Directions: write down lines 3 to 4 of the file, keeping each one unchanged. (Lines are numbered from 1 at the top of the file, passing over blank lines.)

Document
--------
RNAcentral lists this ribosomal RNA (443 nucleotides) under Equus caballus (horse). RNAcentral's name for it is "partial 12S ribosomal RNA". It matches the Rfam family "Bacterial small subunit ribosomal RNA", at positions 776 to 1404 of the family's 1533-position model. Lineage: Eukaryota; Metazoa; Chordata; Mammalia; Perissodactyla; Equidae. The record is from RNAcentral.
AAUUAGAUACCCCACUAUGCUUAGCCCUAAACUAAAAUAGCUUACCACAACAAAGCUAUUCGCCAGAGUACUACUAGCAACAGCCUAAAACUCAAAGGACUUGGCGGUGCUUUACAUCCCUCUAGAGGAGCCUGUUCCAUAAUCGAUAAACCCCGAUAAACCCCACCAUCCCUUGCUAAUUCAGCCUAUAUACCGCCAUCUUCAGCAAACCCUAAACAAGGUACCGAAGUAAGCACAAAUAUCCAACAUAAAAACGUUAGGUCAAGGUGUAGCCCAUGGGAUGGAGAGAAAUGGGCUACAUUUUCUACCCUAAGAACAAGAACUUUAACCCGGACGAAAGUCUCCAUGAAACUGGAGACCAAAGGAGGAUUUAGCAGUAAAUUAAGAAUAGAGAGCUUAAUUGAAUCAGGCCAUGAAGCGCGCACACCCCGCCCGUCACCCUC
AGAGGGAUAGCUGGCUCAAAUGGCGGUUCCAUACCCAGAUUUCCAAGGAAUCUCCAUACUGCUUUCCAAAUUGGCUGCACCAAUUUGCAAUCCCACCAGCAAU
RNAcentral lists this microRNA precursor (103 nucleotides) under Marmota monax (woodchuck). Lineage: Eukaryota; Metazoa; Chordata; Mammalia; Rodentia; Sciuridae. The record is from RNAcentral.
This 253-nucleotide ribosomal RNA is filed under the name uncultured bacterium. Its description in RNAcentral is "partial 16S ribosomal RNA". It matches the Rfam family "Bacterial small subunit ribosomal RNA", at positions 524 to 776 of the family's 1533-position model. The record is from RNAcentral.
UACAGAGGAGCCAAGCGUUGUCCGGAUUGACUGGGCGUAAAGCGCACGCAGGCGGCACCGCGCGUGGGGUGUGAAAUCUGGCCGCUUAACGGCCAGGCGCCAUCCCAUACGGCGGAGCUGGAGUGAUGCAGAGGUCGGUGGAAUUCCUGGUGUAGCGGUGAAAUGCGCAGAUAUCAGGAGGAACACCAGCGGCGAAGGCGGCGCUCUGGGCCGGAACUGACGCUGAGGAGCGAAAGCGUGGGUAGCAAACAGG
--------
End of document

AGAGGGAUAGCUGGCUCAAAUGGCGGUUCCAUACCCAGAUUUCCAAGGAAUCUCCAUACUGCUUUCCAAAUUGGCUGCACCAAUUUGCAAUCCCACCAGCAAU
RNAcentral lists this microRNA precursor (103 nucleotides) under Marmota monax (woodchuck). Lineage: Eukaryota; Metazoa; Chordata; Mammalia; Rodentia; Sciuridae. The record is from RNAcentral.